What Will Lindsay Lohan's Jail Time Be Like?

Legal experts say it will be difficult but not dangerous.

Lindsay Lohan already knows what jail is like, but unlike the 84 minutes of a one-day sentence she served on her 2007 DUI conviction, this time the troubled actress is looking at a minimum of 23 days in light of the 90-day sentence imposed on her by Judge Marsha Revel on Tuesday for probation violations.

A panel of legal experts contacted by MTV News said the sentence is serious business and it will be very hard on the 5-foot-5, 105-pound actress but all agreed that she won't be in any physical danger.

"It will be the same as it was with Paris [Hilton]," said New York attorney Scott Leemon, whose client list includes Busta Rhymes, 50 Cent, Young Jeezy and Tony Yayo. "She'll have her own private cell in segregation, and she will be protected. It won't be easy, but she won't be put in general population. They don't want the liability if someone does something to her."

At the very least, Leemon predicted the jail stint — Lohan will likely only serve 25 percent of her 90-day stretch due to severe overcrowding in L.A. County jails — could help scare the troubled actress straight.

"She's definitely more scared than she's ever been in her life this morning," said Leemon, who is not involved in the case but has been following it in the news. "She gets the point. The question is: What will she do about it? And did she get the point before she went to court yesterday? Hopefully this will wake her up, because she's got a rough six months ahead of her."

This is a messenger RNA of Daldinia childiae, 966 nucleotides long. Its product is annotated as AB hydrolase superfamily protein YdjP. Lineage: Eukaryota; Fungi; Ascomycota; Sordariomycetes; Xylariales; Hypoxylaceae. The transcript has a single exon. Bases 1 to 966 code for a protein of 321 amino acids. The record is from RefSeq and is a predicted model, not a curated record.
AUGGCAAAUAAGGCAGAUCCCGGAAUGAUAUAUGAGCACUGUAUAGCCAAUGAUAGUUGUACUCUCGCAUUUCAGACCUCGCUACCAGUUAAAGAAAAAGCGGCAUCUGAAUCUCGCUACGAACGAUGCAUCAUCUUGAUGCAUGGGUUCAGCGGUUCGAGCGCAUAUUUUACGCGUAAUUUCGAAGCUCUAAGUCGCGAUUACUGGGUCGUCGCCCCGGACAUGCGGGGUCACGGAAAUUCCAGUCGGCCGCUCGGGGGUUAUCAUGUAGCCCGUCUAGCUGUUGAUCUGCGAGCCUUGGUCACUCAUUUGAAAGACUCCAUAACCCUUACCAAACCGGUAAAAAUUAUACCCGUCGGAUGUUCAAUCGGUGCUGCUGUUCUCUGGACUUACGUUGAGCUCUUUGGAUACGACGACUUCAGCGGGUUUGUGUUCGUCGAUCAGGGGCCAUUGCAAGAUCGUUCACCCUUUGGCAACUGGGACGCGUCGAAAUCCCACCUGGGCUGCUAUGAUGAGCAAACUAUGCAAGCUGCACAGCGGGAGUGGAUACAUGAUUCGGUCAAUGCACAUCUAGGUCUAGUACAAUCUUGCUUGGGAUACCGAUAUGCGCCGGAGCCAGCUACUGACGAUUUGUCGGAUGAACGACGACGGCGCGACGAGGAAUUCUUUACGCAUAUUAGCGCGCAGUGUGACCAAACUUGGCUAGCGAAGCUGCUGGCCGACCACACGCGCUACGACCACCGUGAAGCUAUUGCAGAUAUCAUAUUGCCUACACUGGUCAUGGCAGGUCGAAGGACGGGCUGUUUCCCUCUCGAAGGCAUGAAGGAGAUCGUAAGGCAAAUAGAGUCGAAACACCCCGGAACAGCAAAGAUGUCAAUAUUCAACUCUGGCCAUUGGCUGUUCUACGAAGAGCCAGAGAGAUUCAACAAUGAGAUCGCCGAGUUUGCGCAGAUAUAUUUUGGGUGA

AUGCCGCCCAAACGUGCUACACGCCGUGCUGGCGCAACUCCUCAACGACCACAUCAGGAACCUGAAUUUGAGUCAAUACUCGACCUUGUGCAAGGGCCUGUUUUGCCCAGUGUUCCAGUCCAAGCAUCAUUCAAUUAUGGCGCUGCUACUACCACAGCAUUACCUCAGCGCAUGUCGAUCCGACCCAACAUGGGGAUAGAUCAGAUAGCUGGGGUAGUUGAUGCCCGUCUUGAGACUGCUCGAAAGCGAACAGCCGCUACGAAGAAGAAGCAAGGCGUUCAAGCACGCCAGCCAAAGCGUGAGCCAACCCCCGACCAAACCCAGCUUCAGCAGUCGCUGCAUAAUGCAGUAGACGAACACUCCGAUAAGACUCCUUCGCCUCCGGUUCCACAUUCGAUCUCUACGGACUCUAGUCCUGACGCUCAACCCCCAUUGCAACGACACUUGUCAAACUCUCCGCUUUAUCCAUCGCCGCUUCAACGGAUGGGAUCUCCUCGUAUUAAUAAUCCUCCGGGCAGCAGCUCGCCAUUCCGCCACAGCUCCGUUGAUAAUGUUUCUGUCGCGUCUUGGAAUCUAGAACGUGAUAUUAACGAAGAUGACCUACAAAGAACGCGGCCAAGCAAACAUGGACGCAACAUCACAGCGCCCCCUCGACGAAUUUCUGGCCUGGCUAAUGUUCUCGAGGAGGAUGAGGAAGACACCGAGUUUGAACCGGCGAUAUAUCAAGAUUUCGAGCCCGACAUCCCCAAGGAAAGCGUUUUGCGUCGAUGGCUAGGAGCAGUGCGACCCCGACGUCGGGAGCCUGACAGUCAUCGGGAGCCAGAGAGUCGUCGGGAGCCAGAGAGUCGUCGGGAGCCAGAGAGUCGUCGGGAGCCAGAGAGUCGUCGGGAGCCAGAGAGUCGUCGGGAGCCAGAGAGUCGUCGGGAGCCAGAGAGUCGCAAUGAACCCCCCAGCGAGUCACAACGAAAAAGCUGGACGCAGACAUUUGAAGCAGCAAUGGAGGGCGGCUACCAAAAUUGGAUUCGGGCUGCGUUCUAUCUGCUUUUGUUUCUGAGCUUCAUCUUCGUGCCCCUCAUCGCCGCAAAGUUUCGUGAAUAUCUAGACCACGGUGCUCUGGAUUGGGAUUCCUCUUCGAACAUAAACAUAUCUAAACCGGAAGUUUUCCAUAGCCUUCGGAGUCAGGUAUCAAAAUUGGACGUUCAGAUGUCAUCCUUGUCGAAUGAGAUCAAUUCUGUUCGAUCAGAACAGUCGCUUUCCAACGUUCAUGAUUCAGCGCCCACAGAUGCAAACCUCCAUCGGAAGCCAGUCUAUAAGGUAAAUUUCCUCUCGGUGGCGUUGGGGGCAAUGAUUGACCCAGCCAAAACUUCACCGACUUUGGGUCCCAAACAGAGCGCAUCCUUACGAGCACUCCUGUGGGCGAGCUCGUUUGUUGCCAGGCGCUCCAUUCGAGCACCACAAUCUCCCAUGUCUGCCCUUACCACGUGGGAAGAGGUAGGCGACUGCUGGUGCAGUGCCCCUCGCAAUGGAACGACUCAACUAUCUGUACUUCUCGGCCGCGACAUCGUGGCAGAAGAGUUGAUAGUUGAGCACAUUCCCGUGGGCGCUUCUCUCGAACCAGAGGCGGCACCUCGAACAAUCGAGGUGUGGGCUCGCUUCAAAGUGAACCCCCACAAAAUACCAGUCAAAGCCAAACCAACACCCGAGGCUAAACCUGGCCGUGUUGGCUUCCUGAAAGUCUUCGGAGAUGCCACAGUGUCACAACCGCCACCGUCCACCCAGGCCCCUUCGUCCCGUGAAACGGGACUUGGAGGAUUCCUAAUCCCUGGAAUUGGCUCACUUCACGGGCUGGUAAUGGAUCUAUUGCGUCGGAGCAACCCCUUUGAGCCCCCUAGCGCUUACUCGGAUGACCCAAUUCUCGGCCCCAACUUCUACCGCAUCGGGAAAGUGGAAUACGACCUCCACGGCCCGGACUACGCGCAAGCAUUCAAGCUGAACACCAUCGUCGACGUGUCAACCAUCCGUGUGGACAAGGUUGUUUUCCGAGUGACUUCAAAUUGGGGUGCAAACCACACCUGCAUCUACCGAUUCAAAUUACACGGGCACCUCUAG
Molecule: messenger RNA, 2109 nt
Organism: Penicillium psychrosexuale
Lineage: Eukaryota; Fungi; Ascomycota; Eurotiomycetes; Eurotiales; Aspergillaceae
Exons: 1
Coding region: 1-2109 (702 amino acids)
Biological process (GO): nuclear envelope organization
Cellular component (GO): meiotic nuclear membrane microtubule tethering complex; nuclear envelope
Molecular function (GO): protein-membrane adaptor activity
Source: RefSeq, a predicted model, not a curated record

Having a celebrity like Lohan in their jail is a bit of a nightmare for the L.A. County authorities, because protecting a high-profile prisoner from any harm is a major headache, said Stacey Richman, who knows about that particular situation considering her client, Lil Wayne, is currently in New York's Rikers Island prison doing a one-year stretch on a gun charge.

"It's going to be tremendously unpleasant for her, like it is for Wayne. ... She won't enjoy this in the least," Richman said. "It's not in the interest of any state authority to let anything happen to her ... but it seems to me that she's in crisis, and this could be a good thing."

The jail time is actually not the hardest part of what Lohan will face over the next six months, according to veteran attorney Benjamin Brafman, who was part of the legal team defending the late Michael Jackson in the singer's 2004 child-molestation trial and who helped keep Diddy out of jail in his 2001 Club New York gun case.

"The jail part is the most humiliating part, and it interferes with her career," Brafman said. "But that will be short and over, and it will pass rather quickly. The real difficult part comes after jail, where she faces the demons that sent her to jail to begin with."

Brafman also didn't think Lohan would be in any physical danger while behind bars, because the Los Angeles Police Department is used to dealing with prisoners of note who require segregation and protection. "It's not prison, but she will have to obey the rules, which will be a harsh reality."

Lohan's attorney could not be reached for comment at press time.